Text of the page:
Understanding the transition from slow deformation to rapid fluidization in seabed sediments is one of the most formidable challenges of geophysical modeling. In fluid-saturated materials this transition is mediated by particle rearrangement, pore deformation, and fluid pressure growth. Although such feedbacks are known, challenges related with the simultaneous tracking of each of them has hindered the interpretation of solid-fluid transitions responsible for the onset and propagation of submarine failures, such as turbidity currents. This project aims to fill this gap by formulating tools to characterize, interpret and simulate the response of fluid-saturated geomaterials in light of their microscale complexity. Specifically, our goal is to reconcile the effect of fluid pressure evolution with the pore-scale kinematics. For this purpose, we hypothesize that the macroscopic response of fluid-saturated continua at the verge of failure can be linked to the network dynamics of pore distortion and grain movement. To test our hypothesis, we propose a coordinated set of hydro-mechanical experiments, kinematic analyses and model simulations. The goal will be to formulate an algorithm to track the microstructural units undergoing morphological and topological changes during fluid pressurization. By combining recent insights from viscoplastic modeling and complex network theory, these measurements will be used to establish cross-scale quantitative links between pore-scale collapse and continuum-scale sediment fluidization. If successful, this project can impact petroleum geosciences, in that it can be used to decode the temporal dynamics of the runaway failures shaping the seabed morphology and affecting the formation of hydrocarbon-bearing layers.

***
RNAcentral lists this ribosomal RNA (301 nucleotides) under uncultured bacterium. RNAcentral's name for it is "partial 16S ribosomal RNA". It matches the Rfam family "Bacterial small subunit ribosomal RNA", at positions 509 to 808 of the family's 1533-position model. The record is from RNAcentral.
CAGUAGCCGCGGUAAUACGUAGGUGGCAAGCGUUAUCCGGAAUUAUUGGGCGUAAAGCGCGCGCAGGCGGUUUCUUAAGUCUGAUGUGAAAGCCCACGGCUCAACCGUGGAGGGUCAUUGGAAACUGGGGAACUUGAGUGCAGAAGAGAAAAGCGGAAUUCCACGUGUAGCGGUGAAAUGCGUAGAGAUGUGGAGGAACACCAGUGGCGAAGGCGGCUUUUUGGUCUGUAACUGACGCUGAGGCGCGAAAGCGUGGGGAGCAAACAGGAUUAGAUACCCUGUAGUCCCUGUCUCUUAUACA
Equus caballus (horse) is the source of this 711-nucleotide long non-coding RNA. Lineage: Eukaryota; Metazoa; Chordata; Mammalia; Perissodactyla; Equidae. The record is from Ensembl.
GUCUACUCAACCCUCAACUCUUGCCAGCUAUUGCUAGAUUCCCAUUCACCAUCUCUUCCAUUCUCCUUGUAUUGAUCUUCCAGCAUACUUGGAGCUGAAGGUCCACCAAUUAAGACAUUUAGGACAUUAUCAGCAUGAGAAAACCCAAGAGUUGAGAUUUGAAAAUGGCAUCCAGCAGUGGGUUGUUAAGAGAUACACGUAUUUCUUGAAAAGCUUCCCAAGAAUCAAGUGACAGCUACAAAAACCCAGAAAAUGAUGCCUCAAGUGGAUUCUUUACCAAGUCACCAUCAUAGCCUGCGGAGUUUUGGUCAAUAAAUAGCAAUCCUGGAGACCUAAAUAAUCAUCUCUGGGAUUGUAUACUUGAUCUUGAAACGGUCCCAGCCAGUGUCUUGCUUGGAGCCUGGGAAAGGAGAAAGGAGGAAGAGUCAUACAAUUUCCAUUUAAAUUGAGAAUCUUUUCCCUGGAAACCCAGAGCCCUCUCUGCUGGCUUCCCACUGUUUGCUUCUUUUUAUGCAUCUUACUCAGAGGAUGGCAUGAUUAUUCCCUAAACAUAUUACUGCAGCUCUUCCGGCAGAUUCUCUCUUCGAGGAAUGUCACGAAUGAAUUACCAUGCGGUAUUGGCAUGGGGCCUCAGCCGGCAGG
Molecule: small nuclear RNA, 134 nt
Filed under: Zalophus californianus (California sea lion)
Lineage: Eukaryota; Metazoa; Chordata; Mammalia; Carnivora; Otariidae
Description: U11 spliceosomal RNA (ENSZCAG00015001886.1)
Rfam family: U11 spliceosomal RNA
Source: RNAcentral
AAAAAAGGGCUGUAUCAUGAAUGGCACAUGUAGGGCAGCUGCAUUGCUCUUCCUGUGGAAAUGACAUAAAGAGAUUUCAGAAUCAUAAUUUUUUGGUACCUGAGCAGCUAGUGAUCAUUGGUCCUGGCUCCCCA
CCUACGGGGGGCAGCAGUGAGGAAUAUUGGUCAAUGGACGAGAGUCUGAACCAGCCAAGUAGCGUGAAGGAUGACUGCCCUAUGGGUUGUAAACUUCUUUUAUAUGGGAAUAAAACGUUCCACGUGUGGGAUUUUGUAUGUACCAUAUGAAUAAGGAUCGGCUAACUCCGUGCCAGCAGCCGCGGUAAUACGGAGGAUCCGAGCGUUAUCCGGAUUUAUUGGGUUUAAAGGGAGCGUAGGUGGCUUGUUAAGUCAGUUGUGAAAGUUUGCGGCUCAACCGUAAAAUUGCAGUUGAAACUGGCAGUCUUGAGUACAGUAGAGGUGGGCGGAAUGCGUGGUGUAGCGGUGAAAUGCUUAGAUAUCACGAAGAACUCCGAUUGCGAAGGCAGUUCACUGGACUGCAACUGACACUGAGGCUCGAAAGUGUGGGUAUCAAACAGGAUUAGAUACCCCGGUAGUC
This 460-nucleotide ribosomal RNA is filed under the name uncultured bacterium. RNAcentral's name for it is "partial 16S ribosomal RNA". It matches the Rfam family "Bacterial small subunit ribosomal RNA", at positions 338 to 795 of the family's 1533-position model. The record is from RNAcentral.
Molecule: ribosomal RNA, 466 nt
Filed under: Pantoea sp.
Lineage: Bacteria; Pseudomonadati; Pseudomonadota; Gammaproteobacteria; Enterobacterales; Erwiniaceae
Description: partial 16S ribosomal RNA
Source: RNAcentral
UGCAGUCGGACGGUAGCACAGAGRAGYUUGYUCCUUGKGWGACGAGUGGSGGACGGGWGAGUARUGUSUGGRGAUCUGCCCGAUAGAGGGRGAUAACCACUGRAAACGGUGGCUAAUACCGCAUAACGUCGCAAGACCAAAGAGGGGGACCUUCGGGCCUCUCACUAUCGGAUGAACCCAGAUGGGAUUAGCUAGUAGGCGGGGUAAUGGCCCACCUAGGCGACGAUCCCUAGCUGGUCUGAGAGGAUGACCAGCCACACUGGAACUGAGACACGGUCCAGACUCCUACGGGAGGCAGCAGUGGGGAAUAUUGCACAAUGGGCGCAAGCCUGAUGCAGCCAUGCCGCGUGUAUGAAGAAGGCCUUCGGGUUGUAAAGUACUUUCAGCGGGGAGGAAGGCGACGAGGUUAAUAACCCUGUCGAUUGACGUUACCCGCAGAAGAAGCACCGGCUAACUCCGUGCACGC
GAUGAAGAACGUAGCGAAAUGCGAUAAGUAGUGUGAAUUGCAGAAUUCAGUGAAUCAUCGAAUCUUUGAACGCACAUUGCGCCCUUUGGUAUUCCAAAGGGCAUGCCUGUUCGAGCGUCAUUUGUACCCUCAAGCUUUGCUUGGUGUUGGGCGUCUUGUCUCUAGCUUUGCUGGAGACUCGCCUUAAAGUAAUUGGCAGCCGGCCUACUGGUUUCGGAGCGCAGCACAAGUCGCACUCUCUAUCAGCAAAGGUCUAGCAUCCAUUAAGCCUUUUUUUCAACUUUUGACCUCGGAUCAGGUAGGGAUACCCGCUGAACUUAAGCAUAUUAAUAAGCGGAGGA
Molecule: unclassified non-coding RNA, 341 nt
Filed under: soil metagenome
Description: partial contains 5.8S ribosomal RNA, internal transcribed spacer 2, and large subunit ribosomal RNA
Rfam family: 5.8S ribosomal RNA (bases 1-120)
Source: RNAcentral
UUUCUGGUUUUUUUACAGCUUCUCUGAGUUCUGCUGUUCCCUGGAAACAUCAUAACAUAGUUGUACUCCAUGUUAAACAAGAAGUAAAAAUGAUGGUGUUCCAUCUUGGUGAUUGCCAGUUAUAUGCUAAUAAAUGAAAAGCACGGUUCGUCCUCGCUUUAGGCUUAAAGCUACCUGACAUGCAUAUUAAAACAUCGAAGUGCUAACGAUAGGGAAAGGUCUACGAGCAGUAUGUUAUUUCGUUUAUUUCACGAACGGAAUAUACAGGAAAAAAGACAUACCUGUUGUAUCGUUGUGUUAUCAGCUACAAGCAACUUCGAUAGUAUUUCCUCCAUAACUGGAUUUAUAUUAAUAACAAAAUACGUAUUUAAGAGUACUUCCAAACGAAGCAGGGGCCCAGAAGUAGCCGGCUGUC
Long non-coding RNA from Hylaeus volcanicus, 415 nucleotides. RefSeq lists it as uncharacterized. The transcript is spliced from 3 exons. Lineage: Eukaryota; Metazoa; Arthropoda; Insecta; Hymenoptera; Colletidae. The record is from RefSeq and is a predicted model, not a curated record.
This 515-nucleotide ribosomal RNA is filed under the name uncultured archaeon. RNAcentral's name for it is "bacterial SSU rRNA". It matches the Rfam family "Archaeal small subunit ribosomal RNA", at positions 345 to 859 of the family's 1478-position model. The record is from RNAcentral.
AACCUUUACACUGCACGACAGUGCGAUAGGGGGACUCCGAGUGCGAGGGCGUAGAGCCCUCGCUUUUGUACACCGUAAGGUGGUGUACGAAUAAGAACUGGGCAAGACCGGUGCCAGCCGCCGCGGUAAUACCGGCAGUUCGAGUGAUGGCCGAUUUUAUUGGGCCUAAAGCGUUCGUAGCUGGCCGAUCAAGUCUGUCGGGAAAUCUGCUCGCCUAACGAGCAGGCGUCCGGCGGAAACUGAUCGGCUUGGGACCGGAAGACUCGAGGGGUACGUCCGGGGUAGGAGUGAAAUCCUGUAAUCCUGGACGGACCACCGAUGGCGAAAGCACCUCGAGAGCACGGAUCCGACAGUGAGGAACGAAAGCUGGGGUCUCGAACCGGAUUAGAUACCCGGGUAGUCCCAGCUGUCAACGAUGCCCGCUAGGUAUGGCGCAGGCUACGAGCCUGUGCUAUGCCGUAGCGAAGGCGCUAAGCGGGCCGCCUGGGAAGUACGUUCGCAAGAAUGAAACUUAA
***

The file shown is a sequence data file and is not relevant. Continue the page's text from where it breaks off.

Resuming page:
|Effective start/end date||9/1/20 → 8/31/22|
- American Chemical Society Petroleum Research Fund (PRF# 60818-ND8)